India will host the global Conference on desertification, land degradation and drought from October 7 to 18, 2019 in New Delhi. Participants from 197 Parties to the United Nations Convention to Combat Desertification (UNCCD) will have access, for the first time, to a wealth of vital new scientific data, says the Convention secretariat.
along with climate change and the loss of biodiversity were identified
as the greatest challenges to sustainable development during the 1992 Rio Earth Summit, which also endorsed the climate change (UNFCCC) and biodiversity (CBD) conventions.
UNCCD was adopted in 1994 and entered into force in 1996, thus becoming a legally binding international agreement linking environment and development to sustainable land management.
The Convention addresses specifically the issue of Desertification, Land Degradation and Drought (DLDD) in arid, semi-arid and dry sub-humid areas of drylands, which are home to some of the most vulnerable people and ecosystems in the world.
The Convention’s 197 parties work together to improve the living conditions for people in drylands, to maintain and restore land and soil productivity, and to mitigate the effects of drought.
Through partnerships, the Convention’s 197 parties set up robust systems to manage drought promptly and effectively. Good land stewardship based on sound policy and science helps integrate and accelerate achievement of the Sustainable Development Goals, builds resilience to climate change and prevents biodiversity loss.
Participants in the Conference in New Delhi will have access to Earth Observation data on the trends in land degradation dating from 2000, gathered from 120 of the 169 countries affected by desertification. They will also receive the first report on desertification and climate change prepared by the Intergovernmental Panel on Climate Change (IPCC), the global authority on climate change.
Drawing on this data, the participants attending the fourteenth session of the Conference of the Parties (COP14) to the UNCCD can assess trends in land degradation, desertification and drought more accurately. They will also be in a position to identify associated threats and risks to enable the international community to agree on the best solutions and actions to take over the next 10 years.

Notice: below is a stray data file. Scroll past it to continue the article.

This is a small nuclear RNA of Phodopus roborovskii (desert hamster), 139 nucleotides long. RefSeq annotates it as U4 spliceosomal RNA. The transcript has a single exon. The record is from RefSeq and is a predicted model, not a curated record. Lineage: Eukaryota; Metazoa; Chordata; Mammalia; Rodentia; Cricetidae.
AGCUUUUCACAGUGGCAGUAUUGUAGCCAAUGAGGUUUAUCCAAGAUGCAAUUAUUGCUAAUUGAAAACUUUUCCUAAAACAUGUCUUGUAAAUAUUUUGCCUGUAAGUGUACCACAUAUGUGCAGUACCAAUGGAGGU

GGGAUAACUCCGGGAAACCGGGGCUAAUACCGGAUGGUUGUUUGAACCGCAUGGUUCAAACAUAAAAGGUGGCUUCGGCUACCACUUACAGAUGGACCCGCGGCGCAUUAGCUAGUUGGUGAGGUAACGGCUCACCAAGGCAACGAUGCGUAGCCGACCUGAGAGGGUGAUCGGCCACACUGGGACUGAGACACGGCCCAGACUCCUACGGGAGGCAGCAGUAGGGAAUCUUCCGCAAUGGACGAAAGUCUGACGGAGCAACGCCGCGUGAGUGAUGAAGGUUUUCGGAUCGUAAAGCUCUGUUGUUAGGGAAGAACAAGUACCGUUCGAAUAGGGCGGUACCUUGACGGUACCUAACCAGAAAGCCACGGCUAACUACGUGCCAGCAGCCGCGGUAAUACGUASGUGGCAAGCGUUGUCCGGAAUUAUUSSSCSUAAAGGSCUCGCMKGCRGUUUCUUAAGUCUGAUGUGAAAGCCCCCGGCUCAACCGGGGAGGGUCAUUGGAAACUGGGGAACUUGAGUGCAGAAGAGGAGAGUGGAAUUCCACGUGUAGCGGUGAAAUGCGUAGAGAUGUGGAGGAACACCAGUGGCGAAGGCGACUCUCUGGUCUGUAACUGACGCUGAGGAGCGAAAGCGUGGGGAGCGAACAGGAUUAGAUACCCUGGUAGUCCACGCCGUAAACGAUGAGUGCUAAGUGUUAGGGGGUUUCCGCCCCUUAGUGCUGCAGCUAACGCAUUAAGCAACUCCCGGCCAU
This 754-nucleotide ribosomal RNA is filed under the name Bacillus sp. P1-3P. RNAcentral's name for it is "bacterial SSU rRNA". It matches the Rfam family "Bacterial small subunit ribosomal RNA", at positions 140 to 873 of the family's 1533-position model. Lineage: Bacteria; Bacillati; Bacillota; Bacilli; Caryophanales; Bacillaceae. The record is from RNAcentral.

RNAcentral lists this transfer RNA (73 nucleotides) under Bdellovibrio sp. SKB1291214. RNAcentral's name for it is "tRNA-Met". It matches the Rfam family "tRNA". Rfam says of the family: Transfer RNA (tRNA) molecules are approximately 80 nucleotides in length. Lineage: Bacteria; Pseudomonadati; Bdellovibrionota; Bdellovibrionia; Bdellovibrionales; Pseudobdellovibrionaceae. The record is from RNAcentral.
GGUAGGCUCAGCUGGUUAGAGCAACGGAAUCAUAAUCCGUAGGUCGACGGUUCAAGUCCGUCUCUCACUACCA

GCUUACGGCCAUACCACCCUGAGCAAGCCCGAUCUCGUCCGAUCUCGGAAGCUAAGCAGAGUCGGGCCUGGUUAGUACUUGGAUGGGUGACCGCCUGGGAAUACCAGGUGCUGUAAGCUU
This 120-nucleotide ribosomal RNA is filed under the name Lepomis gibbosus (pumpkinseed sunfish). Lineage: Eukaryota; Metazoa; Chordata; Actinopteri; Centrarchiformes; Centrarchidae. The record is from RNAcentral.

“India is one of the countries affected by desertification, and is facing new challenges, among which are recurrent droughts and dust and sand storms. The country has tremendous potential to turn these challenges into opportunities through improved land use and management, and to provide the leadership the world needs to take bold actions,” says Monique Barbut, the Executive Secretary of UNCCD
She added: “India recognizes land rehabilitation as a cost-effective investment that can accelerate the transition to sustainable development globally. With India’s leadership, the international effort towards achieving land degradation neutrality could take huge strides forward. As it assumes the COP Presidency, the Convention’s 197 Parties can create the environment we need for innovative and ingenious solutions to our common goals.”
India’s population is projected to reach 1.7 billion by 2050, and the country was one of the first to commit to the 2030 Sustainable Development Goal target of achieving land degradation neutrality (LDN). LDN is the Sustainable Development Goals’ target aiming to halt the degradation of land by taking three concrete actions.
Countries promised to avoid, reduce and reverse land degradation, in that order of priority. Achieving land degradation neutrality can help vulnerable populations to improve their livelihoods, and communities all over the world can strengthen their resilience, especially to natural disasters linked to climate change.